Despite the media outcry in the wake of the recent NSA revelations, negative publicity hasn’t phased the government’s effort to improve the transparency and technological uses of its public data sets. As promised by President Obama, the White House unveiled a sneak peek of Data.gov’s overhaul. Compare the new site, temporarily found on next.data.gov, with the former and you can’t help by notice a few things Data.gov is borrowing from social sites.
Before we start comparisons, let’s take a look at what’s happening under the hood. The new Data.gov site is something of a search engine for public data sets, but with a few extra bells and whistles (which we’ll get to later). Agencies like the Department of Health and Human Services, explains Nick Sinai and Ryan Panchadsaram of The White House, are among the first under the President’s Open Data Executive Order to publish its publicly available data in a machine-readable format.
What this means for users is that while the data itself might not live on Data.gov, every agency participating in the revamp of Data.gov will eventually be required to allow the site to index these agency’s reports. It’s why you can browse next.data.gov for public data – like the Census Bureau or the U.S. Energy Information Administration – but if you want to dig into the data, you’ll be directed to the relevant agency’s website.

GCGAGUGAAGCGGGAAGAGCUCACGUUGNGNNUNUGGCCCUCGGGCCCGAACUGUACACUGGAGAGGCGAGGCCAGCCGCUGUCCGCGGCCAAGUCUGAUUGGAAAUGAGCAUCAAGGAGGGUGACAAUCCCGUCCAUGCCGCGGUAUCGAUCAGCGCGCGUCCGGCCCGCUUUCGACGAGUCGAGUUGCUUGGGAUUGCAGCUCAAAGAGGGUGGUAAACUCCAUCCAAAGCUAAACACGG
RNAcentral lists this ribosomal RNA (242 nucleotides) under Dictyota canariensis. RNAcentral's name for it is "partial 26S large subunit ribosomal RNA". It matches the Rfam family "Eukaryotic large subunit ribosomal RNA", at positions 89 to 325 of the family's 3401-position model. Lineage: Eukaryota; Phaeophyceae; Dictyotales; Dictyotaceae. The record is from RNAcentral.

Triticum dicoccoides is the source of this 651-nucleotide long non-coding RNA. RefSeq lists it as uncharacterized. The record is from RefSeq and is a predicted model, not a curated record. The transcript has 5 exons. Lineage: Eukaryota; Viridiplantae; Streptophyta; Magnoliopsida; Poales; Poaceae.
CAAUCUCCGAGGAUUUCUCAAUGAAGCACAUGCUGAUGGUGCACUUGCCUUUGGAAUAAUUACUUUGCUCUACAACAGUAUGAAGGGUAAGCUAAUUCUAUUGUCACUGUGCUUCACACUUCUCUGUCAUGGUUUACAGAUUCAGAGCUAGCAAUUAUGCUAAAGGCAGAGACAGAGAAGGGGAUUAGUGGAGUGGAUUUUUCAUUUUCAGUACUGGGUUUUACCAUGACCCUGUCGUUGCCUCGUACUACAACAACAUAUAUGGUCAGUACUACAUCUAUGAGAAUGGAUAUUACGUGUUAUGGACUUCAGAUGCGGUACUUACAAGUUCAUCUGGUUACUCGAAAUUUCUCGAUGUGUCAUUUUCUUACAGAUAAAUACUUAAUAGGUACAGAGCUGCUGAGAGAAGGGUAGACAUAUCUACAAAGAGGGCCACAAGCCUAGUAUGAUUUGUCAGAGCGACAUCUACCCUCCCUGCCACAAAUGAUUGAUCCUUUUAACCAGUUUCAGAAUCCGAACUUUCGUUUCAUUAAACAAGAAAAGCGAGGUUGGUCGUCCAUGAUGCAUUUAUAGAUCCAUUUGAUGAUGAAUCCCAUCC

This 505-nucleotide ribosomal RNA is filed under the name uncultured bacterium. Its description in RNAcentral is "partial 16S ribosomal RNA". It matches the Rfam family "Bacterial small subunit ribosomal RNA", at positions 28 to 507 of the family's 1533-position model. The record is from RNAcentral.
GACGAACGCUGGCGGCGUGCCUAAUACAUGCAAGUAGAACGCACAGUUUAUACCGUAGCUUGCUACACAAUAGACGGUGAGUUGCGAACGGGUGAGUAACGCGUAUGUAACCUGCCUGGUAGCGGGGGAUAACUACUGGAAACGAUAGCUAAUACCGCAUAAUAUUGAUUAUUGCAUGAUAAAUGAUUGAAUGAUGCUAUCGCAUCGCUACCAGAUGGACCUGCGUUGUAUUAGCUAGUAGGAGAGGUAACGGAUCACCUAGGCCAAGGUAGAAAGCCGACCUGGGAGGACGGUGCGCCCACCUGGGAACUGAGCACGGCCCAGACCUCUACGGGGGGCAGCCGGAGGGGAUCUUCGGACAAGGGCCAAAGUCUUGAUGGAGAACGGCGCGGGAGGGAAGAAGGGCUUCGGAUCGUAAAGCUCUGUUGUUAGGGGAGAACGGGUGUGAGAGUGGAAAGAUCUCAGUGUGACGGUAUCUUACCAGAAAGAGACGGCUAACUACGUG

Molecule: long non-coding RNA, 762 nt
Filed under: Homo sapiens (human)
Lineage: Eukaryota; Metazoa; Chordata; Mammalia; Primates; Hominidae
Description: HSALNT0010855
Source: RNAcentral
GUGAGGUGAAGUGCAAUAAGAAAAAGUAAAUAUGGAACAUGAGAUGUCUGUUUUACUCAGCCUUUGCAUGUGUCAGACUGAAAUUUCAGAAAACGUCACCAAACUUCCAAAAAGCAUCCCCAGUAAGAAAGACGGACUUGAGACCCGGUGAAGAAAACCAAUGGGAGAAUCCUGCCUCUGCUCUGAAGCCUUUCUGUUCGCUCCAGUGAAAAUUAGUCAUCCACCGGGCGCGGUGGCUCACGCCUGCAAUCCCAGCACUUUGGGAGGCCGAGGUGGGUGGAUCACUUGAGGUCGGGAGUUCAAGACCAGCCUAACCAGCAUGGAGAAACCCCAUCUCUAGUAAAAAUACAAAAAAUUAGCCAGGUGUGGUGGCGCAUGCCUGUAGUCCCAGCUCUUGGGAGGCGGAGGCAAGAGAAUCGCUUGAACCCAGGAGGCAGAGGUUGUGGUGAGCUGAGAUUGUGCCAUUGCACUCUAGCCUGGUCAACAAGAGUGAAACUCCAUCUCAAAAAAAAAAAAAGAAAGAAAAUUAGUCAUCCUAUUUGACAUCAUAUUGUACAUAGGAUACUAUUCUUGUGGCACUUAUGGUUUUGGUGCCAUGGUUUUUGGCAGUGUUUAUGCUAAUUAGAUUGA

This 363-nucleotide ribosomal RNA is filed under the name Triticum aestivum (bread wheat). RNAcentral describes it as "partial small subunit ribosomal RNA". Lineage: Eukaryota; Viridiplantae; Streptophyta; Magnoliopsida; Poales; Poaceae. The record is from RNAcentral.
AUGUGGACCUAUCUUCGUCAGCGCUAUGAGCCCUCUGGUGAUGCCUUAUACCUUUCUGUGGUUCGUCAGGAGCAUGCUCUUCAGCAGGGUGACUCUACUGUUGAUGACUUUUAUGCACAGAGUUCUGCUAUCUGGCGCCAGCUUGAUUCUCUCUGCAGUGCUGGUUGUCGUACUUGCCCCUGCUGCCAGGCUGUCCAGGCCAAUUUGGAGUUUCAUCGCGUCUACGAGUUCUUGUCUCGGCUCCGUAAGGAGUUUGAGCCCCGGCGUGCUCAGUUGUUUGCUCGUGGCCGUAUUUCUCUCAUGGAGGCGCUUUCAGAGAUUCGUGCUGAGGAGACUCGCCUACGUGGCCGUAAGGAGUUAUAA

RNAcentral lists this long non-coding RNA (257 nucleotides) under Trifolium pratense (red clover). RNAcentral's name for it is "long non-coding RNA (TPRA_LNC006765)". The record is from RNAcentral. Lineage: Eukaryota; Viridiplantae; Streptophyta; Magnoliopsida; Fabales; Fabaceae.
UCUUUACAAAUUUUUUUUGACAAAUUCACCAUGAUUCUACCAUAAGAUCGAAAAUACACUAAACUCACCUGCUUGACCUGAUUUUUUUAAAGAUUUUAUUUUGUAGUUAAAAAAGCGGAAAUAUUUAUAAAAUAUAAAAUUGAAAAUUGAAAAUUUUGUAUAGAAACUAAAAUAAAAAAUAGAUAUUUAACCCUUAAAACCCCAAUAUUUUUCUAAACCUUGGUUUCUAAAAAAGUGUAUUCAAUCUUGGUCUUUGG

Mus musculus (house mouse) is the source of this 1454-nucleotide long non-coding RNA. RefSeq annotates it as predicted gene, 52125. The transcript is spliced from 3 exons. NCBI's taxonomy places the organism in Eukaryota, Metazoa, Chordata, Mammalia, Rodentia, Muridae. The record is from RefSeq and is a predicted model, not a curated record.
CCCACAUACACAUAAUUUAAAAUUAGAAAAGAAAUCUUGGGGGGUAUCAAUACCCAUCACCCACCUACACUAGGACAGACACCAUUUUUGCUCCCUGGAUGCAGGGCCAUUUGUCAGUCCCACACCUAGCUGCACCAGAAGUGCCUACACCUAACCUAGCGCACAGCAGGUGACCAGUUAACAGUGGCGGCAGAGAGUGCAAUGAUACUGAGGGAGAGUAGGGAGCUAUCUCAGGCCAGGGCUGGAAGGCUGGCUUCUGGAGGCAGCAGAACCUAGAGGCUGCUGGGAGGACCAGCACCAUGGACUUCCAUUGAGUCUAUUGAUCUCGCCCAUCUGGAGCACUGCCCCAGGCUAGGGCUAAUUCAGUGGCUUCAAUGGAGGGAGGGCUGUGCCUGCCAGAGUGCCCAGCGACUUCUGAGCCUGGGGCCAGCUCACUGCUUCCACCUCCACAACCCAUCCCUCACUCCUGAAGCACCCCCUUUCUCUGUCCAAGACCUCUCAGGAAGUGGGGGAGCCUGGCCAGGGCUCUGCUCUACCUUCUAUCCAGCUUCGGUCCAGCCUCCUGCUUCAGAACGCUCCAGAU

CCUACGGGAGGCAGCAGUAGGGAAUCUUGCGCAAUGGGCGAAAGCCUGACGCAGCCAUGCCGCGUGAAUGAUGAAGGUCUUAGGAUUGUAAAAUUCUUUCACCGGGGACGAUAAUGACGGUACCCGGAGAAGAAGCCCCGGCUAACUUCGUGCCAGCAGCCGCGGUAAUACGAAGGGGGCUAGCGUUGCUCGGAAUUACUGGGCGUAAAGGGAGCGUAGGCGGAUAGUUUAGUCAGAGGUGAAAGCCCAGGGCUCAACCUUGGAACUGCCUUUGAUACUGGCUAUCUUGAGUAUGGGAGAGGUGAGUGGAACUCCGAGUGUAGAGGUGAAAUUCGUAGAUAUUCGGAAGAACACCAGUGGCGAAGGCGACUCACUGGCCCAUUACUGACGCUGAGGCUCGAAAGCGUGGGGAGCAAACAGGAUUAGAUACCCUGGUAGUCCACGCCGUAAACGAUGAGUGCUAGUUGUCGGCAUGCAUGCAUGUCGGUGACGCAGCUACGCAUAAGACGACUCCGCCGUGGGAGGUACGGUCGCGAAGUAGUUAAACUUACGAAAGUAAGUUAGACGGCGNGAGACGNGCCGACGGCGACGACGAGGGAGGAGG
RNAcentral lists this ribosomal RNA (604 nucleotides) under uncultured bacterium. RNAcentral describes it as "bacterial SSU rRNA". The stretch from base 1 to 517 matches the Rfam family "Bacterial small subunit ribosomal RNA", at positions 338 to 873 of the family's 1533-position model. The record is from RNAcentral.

Admittedly it would be far more convenient to be able to view all the data from these government agencies within the Data.gov site, with visualizations of the data generated by algorithm. So this is where third-party developers come in at the behest of Obama’s Executive Order, which notes “Entrepreneurs and innovators have continued to develop a vast range of useful new products and businesses using these public information resources, creating good jobs in the process.” With this in mind, the new Data.gov introduces easy-to-access tools and data sets that developers can use to hack together meaningful apps. In other words, Data.gov is developer-friendly with multiple file types and one-click downloads.
Data.gov’s search engine is powered by the open-source tech, Solr, and its search engine suggests auto-completed recommended queries. Notice its trend-hugging characteristics? Open-source is a hot topic, and the suggested search term functionality is something we’ve seen and come to use plenty of times before. The feature is mainstay in Google.com, and also a core feature within Facebook, Twitter, Quora, and the other social platforms.
But what about the front end? Well it would appear that Data.gov is doing a little social media copycatting.
The Pinterest-ification of the Web has been much-discussed, and the White House isn’t missing out. The pin board style and infinite scroll has been adopted.
And the search bar in the upper left-hand corner, in addition to the pin board scheme, is a nice page taken out of Google+’s book.
Naturally, Data.gov is also pulling in relevant tweets.
Really, this is all what we’d expect from an administrative that has been tearing up Tumblr. What do you think of the new design: Is it a cheap pull for attention, all social and no substance – or a revolutionary design that will engage more users than the old version?
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